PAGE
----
Odds and ends

The production of this secondary semiological system proceeds in two steps: logical communication turns into communication without context: a débris of messages, coming from the dark and going into the dark, not disappearing but continuing to exist as documents. After that, Homo Communicator uses those messages to create his own mythology and makes himself into a Homo Creditoris: “The originality of mythic thinking is like bricolage in a practical sense; we produce structured entities, not directly by means of other structured entities, but by using odds and ends […] fossil vouchers of history, of an individual or a society.”15 By means of such bricolage, humans construct their own explanatory models by producing their own myths in which coherence is totally lacking. The amateur even uses the stock of existing myths to create new ones. As a consequence, different mythologies do not independently generate original symbols. Similarities between early Sumerian writings, the Epic of Gilgamesch or the Hebrew Bible vouch for that (Watson, 2005).16 The symbol of the all-seeing eye also appears under the same circumstances in varied pictorial universes. Both similarities of content (the omnipresent gaze) and style (Horus type, hand type, flying eye type, triangle) are obvious.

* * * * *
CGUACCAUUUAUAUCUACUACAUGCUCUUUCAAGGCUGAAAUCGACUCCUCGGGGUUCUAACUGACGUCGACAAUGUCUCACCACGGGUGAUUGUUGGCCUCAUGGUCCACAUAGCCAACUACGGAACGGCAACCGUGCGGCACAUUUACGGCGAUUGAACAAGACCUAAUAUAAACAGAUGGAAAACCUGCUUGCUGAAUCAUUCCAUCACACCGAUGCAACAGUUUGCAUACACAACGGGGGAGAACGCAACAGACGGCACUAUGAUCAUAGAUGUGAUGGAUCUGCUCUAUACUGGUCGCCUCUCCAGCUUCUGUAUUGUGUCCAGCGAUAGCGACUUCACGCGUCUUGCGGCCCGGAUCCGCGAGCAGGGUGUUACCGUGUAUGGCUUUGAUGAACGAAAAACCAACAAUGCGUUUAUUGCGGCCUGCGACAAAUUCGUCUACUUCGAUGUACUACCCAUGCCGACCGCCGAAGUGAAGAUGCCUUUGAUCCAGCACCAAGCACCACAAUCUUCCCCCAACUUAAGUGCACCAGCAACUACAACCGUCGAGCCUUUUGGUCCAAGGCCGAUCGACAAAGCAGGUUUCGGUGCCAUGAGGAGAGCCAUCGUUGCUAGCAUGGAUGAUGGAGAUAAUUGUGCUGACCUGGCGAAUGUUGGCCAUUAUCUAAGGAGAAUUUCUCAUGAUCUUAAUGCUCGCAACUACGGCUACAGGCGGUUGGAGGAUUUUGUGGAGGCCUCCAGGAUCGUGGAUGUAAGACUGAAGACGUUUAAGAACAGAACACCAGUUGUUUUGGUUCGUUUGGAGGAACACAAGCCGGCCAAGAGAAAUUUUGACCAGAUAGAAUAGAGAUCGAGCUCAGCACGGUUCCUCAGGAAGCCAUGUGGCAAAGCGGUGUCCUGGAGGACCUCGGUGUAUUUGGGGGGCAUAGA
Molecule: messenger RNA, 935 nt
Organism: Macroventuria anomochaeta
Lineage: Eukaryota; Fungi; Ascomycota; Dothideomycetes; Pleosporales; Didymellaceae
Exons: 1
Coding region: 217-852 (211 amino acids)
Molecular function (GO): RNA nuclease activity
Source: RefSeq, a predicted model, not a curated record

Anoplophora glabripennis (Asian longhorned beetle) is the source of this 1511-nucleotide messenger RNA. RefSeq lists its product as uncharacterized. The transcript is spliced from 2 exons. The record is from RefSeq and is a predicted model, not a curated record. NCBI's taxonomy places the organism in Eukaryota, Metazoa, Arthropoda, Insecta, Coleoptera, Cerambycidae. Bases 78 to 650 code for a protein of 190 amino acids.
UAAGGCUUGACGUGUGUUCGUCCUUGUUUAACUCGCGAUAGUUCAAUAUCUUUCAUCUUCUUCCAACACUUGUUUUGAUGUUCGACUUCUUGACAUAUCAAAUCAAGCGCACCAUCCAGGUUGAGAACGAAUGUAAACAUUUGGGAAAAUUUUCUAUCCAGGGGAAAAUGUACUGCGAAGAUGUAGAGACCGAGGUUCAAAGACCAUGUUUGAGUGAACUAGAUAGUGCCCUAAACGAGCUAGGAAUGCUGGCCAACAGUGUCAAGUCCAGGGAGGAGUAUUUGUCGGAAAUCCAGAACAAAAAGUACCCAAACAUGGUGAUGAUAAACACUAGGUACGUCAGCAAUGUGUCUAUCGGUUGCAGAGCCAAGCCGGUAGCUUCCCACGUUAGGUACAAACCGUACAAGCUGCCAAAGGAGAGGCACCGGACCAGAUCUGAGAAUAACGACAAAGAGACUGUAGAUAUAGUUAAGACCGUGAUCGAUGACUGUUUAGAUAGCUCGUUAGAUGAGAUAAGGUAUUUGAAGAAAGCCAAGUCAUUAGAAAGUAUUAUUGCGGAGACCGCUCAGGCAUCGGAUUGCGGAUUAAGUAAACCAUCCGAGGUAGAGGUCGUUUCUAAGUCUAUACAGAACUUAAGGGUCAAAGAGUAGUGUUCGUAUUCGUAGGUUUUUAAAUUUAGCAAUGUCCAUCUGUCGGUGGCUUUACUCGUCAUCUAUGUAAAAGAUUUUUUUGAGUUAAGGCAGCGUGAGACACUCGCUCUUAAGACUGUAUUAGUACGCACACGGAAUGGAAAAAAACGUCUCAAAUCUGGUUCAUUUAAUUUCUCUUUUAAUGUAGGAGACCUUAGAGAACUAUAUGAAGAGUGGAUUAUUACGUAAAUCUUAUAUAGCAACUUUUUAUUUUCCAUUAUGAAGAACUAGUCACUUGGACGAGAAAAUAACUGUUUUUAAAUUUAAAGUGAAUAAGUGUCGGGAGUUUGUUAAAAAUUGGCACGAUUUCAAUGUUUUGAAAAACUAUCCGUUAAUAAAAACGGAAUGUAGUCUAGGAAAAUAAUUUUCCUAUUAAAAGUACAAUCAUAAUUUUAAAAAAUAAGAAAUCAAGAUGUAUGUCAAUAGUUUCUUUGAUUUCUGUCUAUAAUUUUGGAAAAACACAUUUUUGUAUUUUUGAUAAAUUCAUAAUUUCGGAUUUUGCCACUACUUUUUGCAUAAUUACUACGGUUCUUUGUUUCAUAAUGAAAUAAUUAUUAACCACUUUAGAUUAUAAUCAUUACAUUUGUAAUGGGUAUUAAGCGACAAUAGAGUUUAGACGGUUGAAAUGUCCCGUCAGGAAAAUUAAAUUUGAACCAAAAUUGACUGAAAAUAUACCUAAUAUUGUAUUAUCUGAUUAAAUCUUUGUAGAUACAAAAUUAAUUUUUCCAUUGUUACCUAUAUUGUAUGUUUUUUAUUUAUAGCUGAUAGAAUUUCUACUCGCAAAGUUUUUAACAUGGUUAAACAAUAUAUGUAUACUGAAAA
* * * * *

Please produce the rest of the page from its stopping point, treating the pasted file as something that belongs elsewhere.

The mythological city

The logical symbol systems of our cities, which I mentioned above, find strong competitors in mythological signs. They push into still unoccupied space: in Galata, a traditional business district in Istanbul, graffiti characteristically limits itself to the ground level on rolling shutters of shops that cover the elaborate displays in the showcases after closing time.